UK weather forecast: Big ‘change’ on way as Arctic snow blast smashes Britain – new charts
Temperatures in the UK are set to plunge from mid-November, as colder air from the Arctic is set to move in. The chilly gust is likely to cause heavy downpours, sleet, hail and even snow – especially in northern parts.
BBC forecasters have said cold northerly plunges are more likely from the middle of next month.
They said: “A change is likely after mid-November, when colder air from the Arctic and showery weather should extend southwards more often.
“Some heavy showers at times, falling as sleet, hail and even snow, especially over the mountains in the north.
“Colder by day and sharper frosts by night, on some nights.”
Weather maps show there is a high risk of snow on Thursday November 12.
The chart, by NetWeather, shows northern parts of Scotland have almost a 100 percent chance of snow at 6am.
Coastal parts of Scotland also have some risk of snowfall, according to the weather map.
A second set of maps show strong gusts of winds moving in from the west on the same day.
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The chart shows the north of the UK turn yellow and red, indicating wind gusts of up to 68mph.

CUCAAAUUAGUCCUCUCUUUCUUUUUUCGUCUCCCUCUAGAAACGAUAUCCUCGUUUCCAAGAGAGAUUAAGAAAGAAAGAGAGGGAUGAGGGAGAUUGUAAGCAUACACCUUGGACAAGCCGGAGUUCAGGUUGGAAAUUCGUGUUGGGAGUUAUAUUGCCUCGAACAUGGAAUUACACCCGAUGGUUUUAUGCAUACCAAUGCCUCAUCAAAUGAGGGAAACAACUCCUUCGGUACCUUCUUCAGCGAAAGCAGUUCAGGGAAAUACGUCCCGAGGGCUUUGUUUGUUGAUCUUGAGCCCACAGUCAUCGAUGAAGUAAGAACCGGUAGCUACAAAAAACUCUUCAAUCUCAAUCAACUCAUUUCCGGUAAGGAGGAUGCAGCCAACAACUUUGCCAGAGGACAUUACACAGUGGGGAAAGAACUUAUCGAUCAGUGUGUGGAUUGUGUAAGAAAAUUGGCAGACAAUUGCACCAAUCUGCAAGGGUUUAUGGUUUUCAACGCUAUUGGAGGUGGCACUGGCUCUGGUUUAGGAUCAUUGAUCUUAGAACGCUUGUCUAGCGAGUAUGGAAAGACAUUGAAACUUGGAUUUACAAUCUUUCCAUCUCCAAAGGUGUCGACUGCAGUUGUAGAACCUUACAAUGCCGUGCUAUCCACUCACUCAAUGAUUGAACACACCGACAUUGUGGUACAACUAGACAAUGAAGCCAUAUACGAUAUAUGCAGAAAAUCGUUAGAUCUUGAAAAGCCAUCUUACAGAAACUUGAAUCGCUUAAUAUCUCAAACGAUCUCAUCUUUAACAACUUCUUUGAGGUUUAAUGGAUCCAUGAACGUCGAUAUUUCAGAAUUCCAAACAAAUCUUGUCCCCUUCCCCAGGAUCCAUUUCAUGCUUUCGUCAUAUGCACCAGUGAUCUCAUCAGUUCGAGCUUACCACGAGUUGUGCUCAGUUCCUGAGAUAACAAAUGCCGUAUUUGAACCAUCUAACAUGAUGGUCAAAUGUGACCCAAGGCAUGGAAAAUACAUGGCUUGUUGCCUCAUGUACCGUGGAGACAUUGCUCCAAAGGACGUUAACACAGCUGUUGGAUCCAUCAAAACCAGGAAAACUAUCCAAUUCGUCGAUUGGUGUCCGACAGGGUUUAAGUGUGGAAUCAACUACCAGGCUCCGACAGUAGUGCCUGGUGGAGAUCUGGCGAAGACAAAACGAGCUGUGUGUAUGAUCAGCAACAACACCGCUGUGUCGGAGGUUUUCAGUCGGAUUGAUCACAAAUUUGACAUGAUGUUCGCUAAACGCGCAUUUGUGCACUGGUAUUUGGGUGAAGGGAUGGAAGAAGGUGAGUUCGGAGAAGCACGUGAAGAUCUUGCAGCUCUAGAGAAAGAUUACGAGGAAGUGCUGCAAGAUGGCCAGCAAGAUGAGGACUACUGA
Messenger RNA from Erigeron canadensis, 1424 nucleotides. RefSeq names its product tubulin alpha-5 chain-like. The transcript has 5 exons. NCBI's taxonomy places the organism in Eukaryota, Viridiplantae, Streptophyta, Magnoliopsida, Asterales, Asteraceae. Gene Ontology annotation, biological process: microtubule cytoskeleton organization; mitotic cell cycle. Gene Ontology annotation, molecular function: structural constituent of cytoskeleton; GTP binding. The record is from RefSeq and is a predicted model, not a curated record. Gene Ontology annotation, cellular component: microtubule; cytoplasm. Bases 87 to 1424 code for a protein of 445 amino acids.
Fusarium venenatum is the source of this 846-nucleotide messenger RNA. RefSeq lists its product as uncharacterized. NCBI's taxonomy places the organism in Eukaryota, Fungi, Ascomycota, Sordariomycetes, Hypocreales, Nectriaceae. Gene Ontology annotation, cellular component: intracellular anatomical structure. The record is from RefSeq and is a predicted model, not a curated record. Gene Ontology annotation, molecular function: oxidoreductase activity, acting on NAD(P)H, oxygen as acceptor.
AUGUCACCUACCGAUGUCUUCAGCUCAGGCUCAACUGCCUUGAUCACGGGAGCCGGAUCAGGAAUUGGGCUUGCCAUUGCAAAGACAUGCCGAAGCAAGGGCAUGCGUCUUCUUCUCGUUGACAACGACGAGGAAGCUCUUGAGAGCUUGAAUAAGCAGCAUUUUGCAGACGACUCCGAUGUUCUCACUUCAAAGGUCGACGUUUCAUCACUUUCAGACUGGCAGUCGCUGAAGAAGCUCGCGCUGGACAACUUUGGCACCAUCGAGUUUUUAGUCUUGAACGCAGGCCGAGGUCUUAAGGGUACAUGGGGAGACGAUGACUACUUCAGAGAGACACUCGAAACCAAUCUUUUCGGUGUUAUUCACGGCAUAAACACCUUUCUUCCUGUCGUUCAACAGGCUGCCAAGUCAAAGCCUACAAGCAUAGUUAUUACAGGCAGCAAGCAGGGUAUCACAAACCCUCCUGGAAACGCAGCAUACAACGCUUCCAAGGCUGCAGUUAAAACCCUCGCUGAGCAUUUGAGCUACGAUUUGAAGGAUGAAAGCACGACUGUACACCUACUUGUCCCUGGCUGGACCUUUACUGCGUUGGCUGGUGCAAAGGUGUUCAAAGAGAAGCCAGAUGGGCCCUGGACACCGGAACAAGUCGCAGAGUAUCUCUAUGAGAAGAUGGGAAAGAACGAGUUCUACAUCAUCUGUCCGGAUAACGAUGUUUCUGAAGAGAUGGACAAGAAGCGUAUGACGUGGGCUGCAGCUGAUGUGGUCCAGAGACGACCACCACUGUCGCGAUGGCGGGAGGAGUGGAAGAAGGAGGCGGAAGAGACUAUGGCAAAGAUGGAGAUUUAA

Northern Ireland, Wales, the Midlands and southern England can expect gusts of about 30mph.
Maps from WXCHARTS also show strong winds approaching the UK from Tuesday November 10.
By Wednesday morning the strong gusts of winds will hit northern parts of Scotland and move further south as the day goes on.
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The shocking weather maps depict a plume of red, purple and green sweep over the UK.
The chilling wind looks set to drive down temperatures, with WXCHARTS showing the mercury could plummet to the low single digits on Wednesday.
London can expect temperatures to stay around 7C, while northern parts, as well as Wales and Northern Ireland can expect a chilling 1C or 2C.
Scotland will see the worst of the cold weather, as the mercury struggles to go above freezing.
The Met Office also expects the second half of November to be characterised by colder conditions and more frequent showers.
They expect heavy showers to particularly affect the east of the UK.
Forecasters said: “In the south temperatures are expected to be lower than average for the time of year, whereas they will be closer to normal in the north.”
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